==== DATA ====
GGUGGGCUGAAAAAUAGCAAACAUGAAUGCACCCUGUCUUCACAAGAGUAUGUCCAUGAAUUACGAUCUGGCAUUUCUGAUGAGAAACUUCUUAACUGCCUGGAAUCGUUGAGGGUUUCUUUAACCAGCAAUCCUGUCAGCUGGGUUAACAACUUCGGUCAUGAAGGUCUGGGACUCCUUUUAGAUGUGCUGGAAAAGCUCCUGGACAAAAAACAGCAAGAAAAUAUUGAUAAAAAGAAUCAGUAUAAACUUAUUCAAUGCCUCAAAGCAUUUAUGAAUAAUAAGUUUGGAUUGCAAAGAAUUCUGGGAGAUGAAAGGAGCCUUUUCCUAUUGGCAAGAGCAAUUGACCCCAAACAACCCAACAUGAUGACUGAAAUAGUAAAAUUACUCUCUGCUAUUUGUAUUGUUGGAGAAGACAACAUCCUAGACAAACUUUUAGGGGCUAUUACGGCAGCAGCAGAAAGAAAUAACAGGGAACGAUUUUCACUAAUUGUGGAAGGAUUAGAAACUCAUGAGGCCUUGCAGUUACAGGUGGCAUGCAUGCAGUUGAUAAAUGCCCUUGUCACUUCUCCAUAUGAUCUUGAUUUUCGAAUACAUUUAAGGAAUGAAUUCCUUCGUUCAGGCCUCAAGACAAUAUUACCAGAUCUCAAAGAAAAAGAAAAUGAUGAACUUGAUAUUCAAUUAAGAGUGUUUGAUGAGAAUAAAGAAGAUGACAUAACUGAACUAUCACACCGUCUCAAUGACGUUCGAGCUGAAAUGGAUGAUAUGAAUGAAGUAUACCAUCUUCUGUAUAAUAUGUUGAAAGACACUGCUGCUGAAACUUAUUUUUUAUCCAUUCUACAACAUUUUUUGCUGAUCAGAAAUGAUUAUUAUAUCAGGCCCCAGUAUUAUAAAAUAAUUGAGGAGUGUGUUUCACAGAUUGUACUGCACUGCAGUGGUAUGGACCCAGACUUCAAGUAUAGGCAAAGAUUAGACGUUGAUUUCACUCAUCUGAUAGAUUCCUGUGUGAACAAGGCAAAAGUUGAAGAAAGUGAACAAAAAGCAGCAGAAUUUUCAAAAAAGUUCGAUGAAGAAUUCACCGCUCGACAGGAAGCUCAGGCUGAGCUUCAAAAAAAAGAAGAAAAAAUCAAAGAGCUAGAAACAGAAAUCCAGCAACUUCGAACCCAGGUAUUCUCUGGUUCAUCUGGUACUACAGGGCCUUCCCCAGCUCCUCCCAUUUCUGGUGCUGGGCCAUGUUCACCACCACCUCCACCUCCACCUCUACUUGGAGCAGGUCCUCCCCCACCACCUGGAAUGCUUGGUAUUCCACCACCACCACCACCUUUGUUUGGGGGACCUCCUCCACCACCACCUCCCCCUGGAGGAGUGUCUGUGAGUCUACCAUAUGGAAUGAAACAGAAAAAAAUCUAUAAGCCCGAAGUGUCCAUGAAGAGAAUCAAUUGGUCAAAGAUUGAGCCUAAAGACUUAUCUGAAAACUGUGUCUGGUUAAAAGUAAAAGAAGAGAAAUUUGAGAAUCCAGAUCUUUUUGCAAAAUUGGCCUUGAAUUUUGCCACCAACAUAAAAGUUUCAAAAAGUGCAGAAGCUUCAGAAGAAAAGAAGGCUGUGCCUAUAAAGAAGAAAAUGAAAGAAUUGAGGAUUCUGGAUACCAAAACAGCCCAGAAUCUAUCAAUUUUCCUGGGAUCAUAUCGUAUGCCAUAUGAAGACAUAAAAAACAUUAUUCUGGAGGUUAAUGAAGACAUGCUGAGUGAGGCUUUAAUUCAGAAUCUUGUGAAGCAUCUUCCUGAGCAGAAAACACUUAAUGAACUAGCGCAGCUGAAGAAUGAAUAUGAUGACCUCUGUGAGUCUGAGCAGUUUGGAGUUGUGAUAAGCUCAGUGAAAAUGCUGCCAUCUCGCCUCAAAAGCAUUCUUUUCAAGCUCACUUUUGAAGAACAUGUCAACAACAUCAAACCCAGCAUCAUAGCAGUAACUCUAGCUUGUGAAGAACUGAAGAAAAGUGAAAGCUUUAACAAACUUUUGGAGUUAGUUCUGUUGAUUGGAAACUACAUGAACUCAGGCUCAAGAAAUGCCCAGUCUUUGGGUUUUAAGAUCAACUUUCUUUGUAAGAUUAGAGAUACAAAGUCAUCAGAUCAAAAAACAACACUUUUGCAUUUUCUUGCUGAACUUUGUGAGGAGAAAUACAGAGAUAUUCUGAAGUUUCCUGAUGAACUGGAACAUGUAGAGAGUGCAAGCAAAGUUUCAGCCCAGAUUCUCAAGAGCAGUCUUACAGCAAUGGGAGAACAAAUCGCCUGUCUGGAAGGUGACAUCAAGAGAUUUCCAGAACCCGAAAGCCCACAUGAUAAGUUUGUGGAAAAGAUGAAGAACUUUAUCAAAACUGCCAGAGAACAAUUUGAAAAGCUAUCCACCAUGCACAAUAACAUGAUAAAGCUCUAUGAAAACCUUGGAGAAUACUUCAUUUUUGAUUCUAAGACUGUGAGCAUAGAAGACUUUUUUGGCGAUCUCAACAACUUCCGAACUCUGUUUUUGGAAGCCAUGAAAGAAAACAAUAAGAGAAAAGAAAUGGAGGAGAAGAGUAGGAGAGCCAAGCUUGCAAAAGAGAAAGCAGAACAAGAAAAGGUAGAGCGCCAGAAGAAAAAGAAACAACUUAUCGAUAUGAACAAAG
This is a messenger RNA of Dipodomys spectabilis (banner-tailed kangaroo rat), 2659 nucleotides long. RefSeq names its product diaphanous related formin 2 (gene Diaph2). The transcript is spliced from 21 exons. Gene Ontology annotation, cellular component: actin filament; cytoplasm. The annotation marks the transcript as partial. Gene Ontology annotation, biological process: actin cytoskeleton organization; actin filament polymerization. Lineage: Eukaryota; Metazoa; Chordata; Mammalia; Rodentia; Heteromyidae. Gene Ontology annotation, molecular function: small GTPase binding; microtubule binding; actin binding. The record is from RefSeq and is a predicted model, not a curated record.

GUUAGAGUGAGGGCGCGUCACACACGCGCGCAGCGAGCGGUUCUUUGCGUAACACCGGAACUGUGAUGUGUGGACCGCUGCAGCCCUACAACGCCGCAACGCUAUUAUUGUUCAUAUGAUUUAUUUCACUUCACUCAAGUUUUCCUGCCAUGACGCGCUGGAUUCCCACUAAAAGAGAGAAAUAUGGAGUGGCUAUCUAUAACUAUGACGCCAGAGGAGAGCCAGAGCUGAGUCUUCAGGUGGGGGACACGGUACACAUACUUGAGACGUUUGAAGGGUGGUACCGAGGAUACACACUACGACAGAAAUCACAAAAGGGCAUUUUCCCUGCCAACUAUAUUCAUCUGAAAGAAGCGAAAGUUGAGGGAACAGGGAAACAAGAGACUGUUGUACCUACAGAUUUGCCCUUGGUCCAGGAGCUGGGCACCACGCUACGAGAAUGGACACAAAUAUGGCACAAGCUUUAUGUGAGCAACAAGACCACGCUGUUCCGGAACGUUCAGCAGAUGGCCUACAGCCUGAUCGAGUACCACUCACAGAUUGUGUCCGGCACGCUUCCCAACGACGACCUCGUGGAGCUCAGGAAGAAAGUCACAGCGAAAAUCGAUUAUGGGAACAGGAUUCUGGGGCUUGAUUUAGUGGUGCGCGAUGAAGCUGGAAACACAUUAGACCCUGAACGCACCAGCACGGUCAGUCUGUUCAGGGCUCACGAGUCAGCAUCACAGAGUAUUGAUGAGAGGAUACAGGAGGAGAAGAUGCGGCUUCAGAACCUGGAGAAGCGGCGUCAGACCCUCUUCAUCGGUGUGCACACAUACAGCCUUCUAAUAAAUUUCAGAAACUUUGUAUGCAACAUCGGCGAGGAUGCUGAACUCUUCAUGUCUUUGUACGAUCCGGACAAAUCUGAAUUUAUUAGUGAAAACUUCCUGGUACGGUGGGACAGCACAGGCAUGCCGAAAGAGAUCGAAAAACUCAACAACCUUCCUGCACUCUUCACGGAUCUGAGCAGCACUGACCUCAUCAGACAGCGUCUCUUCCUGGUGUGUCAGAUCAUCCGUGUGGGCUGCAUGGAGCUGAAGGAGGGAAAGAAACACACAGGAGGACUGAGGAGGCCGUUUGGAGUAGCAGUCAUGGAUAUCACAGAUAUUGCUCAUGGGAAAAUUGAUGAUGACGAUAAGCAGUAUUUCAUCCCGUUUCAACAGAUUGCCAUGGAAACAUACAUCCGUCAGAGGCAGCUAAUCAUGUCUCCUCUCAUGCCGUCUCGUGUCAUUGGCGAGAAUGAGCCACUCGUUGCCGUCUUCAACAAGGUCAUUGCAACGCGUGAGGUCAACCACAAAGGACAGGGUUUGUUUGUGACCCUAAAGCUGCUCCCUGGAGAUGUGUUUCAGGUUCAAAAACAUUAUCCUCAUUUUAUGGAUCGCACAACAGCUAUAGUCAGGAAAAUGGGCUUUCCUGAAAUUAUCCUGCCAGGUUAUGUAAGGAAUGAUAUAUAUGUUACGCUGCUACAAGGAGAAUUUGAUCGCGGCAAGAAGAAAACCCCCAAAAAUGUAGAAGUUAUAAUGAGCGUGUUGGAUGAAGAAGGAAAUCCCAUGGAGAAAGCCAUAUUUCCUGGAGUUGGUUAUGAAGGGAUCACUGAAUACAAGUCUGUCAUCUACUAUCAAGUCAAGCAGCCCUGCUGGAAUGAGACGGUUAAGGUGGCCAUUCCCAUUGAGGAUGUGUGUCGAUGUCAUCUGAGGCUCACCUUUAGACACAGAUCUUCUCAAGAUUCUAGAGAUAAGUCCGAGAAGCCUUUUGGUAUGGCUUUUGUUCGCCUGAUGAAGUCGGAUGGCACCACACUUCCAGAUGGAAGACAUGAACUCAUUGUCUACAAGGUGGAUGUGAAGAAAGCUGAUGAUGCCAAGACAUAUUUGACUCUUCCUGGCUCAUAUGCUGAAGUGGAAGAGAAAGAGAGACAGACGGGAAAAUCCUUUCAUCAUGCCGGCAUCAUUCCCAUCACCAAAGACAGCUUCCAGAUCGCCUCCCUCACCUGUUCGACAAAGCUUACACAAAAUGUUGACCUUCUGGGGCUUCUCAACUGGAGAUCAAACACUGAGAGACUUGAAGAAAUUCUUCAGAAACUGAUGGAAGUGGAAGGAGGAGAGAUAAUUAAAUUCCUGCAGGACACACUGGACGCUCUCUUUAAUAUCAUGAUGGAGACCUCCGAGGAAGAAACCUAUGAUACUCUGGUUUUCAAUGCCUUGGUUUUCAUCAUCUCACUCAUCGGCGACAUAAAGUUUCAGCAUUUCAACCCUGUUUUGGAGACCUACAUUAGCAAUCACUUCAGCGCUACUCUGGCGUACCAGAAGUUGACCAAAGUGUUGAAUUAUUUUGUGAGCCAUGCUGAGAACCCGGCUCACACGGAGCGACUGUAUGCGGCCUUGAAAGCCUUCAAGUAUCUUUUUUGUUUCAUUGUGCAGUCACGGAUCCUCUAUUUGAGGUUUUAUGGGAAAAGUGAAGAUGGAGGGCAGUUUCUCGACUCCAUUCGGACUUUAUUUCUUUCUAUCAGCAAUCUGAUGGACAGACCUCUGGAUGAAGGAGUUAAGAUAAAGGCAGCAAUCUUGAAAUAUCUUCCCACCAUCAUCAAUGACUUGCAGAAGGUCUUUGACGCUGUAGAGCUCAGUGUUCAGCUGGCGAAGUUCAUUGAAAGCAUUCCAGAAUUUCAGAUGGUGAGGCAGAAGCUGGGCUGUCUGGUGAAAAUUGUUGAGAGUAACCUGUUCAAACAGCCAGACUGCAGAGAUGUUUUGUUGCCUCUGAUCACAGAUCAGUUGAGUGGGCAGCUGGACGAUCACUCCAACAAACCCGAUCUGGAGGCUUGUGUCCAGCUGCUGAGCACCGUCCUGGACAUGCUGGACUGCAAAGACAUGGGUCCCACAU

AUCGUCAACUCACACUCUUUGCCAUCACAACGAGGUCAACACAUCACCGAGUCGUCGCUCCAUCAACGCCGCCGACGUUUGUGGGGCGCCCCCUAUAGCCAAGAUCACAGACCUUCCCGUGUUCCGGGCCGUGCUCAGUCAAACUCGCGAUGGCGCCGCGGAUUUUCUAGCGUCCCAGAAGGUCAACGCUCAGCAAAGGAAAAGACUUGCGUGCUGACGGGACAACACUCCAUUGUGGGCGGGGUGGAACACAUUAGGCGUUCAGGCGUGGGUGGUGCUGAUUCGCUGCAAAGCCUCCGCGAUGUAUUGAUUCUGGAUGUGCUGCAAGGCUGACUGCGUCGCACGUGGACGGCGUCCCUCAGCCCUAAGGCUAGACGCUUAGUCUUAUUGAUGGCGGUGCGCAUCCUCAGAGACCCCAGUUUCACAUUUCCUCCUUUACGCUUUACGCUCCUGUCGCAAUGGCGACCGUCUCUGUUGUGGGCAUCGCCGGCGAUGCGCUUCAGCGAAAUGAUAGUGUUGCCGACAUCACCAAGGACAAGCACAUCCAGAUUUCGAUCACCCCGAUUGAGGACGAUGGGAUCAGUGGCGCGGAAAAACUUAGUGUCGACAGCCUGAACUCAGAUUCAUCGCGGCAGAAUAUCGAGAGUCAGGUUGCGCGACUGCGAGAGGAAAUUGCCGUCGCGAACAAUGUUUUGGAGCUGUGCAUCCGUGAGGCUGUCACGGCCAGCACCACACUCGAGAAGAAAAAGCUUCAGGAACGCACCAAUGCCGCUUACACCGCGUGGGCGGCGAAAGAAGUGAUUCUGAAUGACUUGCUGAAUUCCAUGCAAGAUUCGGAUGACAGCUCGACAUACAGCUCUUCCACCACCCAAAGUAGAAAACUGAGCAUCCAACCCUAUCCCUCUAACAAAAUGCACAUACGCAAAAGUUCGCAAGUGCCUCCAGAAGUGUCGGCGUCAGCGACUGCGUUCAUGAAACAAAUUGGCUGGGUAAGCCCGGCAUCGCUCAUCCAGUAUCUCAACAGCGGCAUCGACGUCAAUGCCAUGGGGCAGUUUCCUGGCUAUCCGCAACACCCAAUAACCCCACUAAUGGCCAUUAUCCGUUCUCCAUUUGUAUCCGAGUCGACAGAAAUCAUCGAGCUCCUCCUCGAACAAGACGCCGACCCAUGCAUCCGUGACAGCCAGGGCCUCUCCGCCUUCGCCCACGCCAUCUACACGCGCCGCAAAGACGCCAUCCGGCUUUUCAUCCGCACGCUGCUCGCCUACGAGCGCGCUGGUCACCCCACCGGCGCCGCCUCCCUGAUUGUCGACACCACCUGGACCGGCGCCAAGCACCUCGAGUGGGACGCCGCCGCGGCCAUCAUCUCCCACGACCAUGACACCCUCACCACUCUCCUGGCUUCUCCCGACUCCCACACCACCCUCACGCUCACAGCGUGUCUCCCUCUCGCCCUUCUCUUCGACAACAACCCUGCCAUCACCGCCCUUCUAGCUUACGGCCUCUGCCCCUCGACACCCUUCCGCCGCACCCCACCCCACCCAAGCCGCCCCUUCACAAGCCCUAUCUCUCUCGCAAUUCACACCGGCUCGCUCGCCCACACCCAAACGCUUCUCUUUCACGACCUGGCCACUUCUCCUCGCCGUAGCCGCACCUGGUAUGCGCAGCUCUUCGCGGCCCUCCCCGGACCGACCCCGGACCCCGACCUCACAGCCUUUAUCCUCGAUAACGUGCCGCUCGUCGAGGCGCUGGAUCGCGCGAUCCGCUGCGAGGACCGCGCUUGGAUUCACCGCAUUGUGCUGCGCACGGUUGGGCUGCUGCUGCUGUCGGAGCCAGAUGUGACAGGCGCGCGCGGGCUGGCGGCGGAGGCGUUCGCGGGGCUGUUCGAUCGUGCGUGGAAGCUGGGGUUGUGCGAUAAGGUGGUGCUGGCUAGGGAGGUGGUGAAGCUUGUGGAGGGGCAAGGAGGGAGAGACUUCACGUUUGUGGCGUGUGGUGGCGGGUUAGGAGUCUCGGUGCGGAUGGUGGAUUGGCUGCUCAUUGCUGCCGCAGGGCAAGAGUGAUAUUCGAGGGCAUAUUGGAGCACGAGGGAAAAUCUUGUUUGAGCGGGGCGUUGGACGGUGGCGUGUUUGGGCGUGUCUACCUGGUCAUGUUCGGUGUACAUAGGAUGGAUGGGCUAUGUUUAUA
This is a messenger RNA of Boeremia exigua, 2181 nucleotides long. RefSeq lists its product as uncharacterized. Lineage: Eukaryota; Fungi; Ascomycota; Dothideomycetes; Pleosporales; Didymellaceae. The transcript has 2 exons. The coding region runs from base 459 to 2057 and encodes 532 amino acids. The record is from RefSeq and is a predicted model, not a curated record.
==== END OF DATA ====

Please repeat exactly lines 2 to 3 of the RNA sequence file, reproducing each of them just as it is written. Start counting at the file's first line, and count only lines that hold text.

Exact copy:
This is a messenger RNA of Dipodomys spectabilis (banner-tailed kangaroo rat), 2659 nucleotides long. RefSeq names its product diaphanous related formin 2 (gene Diaph2). The transcript is spliced from 21 exons. Gene Ontology annotation, cellular component: actin filament; cytoplasm. The annotation marks the transcript as partial. Gene Ontology annotation, biological process: actin cytoskeleton organization; actin filament polymerization. Lineage: Eukaryota; Metazoa; Chordata; Mammalia; Rodentia; Heteromyidae. Gene Ontology annotation, molecular function: small GTPase binding; microtubule binding; actin binding. The record is from RefSeq and is a predicted model, not a curated record.

GUUAGAGUGAGGGCGCGUCACACACGCGCGCAGCGAGCGGUUCUUUGCGUAACACCGGAACUGUGAUGUGUGGACCGCUGCAGCCCUACAACGCCGCAACGCUAUUAUUGUUCAUAUGAUUUAUUUCACUUCACUCAAGUUUUCCUGCCAUGACGCGCUGGAUUCCCACUAAAAGAGAGAAAUAUGGAGUGGCUAUCUAUAACUAUGACGCCAGAGGAGAGCCAGAGCUGAGUCUUCAGGUGGGGGACACGGUACACAUACUUGAGACGUUUGAAGGGUGGUACCGAGGAUACACACUACGACAGAAAUCACAAAAGGGCAUUUUCCCUGCCAACUAUAUUCAUCUGAAAGAAGCGAAAGUUGAGGGAACAGGGAAACAAGAGACUGUUGUACCUACAGAUUUGCCCUUGGUCCAGGAGCUGGGCACCACGCUACGAGAAUGGACACAAAUAUGGCACAAGCUUUAUGUGAGCAACAAGACCACGCUGUUCCGGAACGUUCAGCAGAUGGCCUACAGCCUGAUCGAGUACCACUCACAGAUUGUGUCCGGCACGCUUCCCAACGACGACCUCGUGGAGCUCAGGAAGAAAGUCACAGCGAAAAUCGAUUAUGGGAACAGGAUUCUGGGGCUUGAUUUAGUGGUGCGCGAUGAAGCUGGAAACACAUUAGACCCUGAACGCACCAGCACGGUCAGUCUGUUCAGGGCUCACGAGUCAGCAUCACAGAGUAUUGAUGAGAGGAUACAGGAGGAGAAGAUGCGGCUUCAGAACCUGGAGAAGCGGCGUCAGACCCUCUUCAUCGGUGUGCACACAUACAGCCUUCUAAUAAAUUUCAGAAACUUUGUAUGCAACAUCGGCGAGGAUGCUGAACUCUUCAUGUCUUUGUACGAUCCGGACAAAUCUGAAUUUAUUAGUGAAAACUUCCUGGUACGGUGGGACAGCACAGGCAUGCCGAAAGAGAUCGAAAAACUCAACAACCUUCCUGCACUCUUCACGGAUCUGAGCAGCACUGACCUCAUCAGACAGCGUCUCUUCCUGGUGUGUCAGAUCAUCCGUGUGGGCUGCAUGGAGCUGAAGGAGGGAAAGAAACACACAGGAGGACUGAGGAGGCCGUUUGGAGUAGCAGUCAUGGAUAUCACAGAUAUUGCUCAUGGGAAAAUUGAUGAUGACGAUAAGCAGUAUUUCAUCCCGUUUCAACAGAUUGCCAUGGAAACAUACAUCCGUCAGAGGCAGCUAAUCAUGUCUCCUCUCAUGCCGUCUCGUGUCAUUGGCGAGAAUGAGCCACUCGUUGCCGUCUUCAACAAGGUCAUUGCAACGCGUGAGGUCAACCACAAAGGACAGGGUUUGUUUGUGACCCUAAAGCUGCUCCCUGGAGAUGUGUUUCAGGUUCAAAAACAUUAUCCUCAUUUUAUGGAUCGCACAACAGCUAUAGUCAGGAAAAUGGGCUUUCCUGAAAUUAUCCUGCCAGGUUAUGUAAGGAAUGAUAUAUAUGUUACGCUGCUACAAGGAGAAUUUGAUCGCGGCAAGAAGAAAACCCCCAAAAAUGUAGAAGUUAUAAUGAGCGUGUUGGAUGAAGAAGGAAAUCCCAUGGAGAAAGCCAUAUUUCCUGGAGUUGGUUAUGAAGGGAUCACUGAAUACAAGUCUGUCAUCUACUAUCAAGUCAAGCAGCCCUGCUGGAAUGAGACGGUUAAGGUGGCCAUUCCCAUUGAGGAUGUGUGUCGAUGUCAUCUGAGGCUCACCUUUAGACACAGAUCUUCUCAAGAUUCUAGAGAUAAGUCCGAGAAGCCUUUUGGUAUGGCUUUUGUUCGCCUGAUGAAGUCGGAUGGCACCACACUUCCAGAUGGAAGACAUGAACUCAUUGUCUACAAGGUGGAUGUGAAGAAAGCUGAUGAUGCCAAGACAUAUUUGACUCUUCCUGGCUCAUAUGCUGAAGUGGAAGAGAAAGAGAGACAGACGGGAAAAUCCUUUCAUCAUGCCGGCAUCAUUCCCAUCACCAAAGACAGCUUCCAGAUCGCCUCCCUCACCUGUUCGACAAAGCUUACACAAAAUGUUGACCUUCUGGGGCUUCUCAACUGGAGAUCAAACACUGAGAGACUUGAAGAAAUUCUUCAGAAACUGAUGGAAGUGGAAGGAGGAGAGAUAAUUAAAUUCCUGCAGGACACACUGGACGCUCUCUUUAAUAUCAUGAUGGAGACCUCCGAGGAAGAAACCUAUGAUACUCUGGUUUUCAAUGCCUUGGUUUUCAUCAUCUCACUCAUCGGCGACAUAAAGUUUCAGCAUUUCAACCCUGUUUUGGAGACCUACAUUAGCAAUCACUUCAGCGCUACUCUGGCGUACCAGAAGUUGACCAAAGUGUUGAAUUAUUUUGUGAGCCAUGCUGAGAACCCGGCUCACACGGAGCGACUGUAUGCGGCCUUGAAAGCCUUCAAGUAUCUUUUUUGUUUCAUUGUGCAGUCACGGAUCCUCUAUUUGAGGUUUUAUGGGAAAAGUGAAGAUGGAGGGCAGUUUCUCGACUCCAUUCGGACUUUAUUUCUUUCUAUCAGCAAUCUGAUGGACAGACCUCUGGAUGAAGGAGUUAAGAUAAAGGCAGCAAUCUUGAAAUAUCUUCCCACCAUCAUCAAUGACUUGCAGAAGGUCUUUGACGCUGUAGAGCUCAGUGUUCAGCUGGCGAAGUUCAUUGAAAGCAUUCCAGAAUUUCAGAUGGUGAGGCAGAAGCUGGGCUGUCUGGUGAAAAUUGUUGAGAGUAACCUGUUCAAACAGCCAGACUGCAGAGAUGUUUUGUUGCCUCUGAUCACAGAUCAGUUGAGUGGGCAGCUGGACGAUCACUCCAACAAACCCGAUCUGGAGGCUUGUGUCCAGCUGCUGAGCACCGUCCUGGACAUGCUGGACUGCAAAGACAUGGGUCCCACAU